Health effects of welding.
American Industrial Hygiene Conference and Exposition, May 21-26, 2005, Anaheim, California. Fairfax, VA: American Industrial Hygiene Association, 2005 May; :1
Although welding and its related processes have long been considered a health hazard, a renewed interest in fundamental research has begun to shed new light on the welding processes and materials that are of most concern. More information is being developed into the ways particle size and chemical composition of welding fume vary between welding processes and within a process when different parameters are employed in the type of shielding gas, current, and electrode. In construction, welding issues are compounded by the difficulties of working in temporary work sites making ventilation, especially in confined spaces, and other traditional control measures more difficult. The prospect of new regulatory action for hexavalent chromium and the litigation issues surrounding manganese highlight the need for occupational health and safety professionals to update their knowledge base concerning welding health issues. This roundtable will include discussions of the current understanding of welding health effects and future research directions, typical exposure profiles and exposure assessment practices, state-of-the- art laboratory analysis, and the use of process modification to reduce exposure.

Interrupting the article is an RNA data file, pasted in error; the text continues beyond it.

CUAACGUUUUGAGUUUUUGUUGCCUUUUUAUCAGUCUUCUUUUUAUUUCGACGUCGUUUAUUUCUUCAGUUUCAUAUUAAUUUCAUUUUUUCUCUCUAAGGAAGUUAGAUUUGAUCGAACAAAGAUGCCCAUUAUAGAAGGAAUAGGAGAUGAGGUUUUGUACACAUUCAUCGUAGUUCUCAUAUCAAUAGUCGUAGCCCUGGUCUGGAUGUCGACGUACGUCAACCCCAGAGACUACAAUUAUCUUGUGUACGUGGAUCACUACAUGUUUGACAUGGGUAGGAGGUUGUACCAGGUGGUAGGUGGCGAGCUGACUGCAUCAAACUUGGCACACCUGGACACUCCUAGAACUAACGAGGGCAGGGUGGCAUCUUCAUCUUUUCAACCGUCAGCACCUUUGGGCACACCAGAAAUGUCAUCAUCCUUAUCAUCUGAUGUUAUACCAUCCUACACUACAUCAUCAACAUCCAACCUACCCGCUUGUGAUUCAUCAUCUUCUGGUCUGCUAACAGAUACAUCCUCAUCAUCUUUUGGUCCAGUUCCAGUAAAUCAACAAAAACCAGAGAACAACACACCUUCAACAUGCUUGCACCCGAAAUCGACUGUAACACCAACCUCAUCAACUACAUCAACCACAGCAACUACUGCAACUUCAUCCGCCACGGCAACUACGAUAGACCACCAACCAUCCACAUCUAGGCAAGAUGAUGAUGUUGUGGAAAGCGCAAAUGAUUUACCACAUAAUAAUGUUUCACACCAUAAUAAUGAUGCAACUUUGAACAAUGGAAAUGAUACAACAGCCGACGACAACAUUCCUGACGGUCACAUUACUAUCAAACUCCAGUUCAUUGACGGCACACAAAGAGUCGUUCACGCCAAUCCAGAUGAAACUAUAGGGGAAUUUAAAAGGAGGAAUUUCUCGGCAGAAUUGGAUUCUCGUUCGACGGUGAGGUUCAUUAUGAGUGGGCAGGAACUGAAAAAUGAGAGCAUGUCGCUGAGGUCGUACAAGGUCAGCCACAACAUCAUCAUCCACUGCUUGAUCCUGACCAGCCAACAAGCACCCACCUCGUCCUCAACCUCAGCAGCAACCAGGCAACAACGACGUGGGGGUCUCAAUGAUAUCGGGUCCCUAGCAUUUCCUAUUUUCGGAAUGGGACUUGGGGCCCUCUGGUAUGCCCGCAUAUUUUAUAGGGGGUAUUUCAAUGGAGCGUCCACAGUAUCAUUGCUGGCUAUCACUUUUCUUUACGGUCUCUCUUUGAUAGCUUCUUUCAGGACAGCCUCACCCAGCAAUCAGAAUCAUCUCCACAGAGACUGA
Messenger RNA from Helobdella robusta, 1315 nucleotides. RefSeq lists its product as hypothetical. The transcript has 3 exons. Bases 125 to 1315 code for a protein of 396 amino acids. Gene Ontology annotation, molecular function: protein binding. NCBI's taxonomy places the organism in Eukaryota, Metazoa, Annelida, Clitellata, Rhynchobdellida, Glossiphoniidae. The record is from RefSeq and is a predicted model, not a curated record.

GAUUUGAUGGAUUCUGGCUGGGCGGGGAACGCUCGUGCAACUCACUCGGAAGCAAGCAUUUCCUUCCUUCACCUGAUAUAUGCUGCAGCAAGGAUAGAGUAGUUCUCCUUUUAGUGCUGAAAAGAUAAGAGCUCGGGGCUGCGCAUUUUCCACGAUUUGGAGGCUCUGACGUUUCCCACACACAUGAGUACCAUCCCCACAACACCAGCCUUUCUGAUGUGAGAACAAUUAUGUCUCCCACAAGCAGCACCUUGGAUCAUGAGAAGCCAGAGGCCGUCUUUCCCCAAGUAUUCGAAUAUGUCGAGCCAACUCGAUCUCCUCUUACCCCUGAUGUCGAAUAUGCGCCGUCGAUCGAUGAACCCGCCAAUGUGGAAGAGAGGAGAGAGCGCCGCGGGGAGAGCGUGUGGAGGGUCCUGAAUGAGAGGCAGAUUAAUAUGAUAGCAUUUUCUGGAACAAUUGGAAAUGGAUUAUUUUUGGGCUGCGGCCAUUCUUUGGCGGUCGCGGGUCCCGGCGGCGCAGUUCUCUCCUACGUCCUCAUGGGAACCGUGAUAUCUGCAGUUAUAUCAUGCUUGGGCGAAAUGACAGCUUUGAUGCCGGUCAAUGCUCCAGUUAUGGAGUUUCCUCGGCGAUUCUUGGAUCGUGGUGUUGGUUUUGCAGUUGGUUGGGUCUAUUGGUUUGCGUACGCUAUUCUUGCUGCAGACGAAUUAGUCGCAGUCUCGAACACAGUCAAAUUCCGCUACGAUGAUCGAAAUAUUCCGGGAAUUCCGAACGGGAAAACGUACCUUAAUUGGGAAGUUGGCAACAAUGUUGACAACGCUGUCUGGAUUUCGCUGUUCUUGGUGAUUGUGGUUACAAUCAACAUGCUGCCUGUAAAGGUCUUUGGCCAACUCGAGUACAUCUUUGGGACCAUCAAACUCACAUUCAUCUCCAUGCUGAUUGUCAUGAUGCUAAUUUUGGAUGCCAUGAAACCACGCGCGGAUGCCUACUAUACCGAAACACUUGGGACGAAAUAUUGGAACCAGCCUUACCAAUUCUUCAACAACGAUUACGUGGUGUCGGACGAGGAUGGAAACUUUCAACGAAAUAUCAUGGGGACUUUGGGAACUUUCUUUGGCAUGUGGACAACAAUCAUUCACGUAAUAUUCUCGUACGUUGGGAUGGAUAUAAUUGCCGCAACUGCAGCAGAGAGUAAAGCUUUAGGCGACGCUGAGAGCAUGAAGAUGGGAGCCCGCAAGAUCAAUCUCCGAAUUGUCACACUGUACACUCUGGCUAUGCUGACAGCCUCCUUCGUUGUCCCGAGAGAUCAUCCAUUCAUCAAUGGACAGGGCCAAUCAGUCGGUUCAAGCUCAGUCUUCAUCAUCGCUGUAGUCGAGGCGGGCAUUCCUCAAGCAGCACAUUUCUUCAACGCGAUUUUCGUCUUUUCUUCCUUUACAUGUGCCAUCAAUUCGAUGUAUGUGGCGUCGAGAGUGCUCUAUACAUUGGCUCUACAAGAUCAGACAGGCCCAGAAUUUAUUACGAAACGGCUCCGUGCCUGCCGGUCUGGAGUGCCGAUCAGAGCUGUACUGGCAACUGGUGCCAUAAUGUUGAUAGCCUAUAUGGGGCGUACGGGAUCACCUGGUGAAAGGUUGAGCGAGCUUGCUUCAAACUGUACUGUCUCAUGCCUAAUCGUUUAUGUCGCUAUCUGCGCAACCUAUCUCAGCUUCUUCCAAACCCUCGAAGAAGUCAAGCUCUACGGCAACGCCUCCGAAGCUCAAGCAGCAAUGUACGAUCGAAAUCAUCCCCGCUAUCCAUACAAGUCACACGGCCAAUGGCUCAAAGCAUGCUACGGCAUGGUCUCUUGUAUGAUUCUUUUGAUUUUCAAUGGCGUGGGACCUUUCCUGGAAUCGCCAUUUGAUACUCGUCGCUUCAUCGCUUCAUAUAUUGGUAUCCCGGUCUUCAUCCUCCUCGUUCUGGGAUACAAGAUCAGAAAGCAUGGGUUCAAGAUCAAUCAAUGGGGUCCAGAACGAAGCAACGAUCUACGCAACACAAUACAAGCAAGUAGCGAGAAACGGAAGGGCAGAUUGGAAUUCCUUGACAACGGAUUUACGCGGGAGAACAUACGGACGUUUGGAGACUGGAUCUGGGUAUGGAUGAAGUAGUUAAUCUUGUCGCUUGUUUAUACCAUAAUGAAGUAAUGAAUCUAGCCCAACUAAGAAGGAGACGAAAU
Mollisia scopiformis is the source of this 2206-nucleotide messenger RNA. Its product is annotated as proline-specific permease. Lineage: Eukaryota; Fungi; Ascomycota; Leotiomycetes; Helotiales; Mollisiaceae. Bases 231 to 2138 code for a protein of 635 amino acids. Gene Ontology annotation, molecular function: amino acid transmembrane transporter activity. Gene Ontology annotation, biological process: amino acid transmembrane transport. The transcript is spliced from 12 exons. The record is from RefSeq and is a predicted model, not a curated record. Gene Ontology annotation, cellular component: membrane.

Health-hazards; Occupational-health; Welding; Welding-industry; Welders; Welders-lung; Fumigants; Fumes; Construction-industry; Construction-workers; Workers; Worker-health; Work-environment; Laboratory-testing; Exposure-levels; Exposure-assessment
Work Environment and Workforce: Mixed Exposures
American Industrial Hygiene Conference and Exposition, May 21-26, 2005, Anaheim, California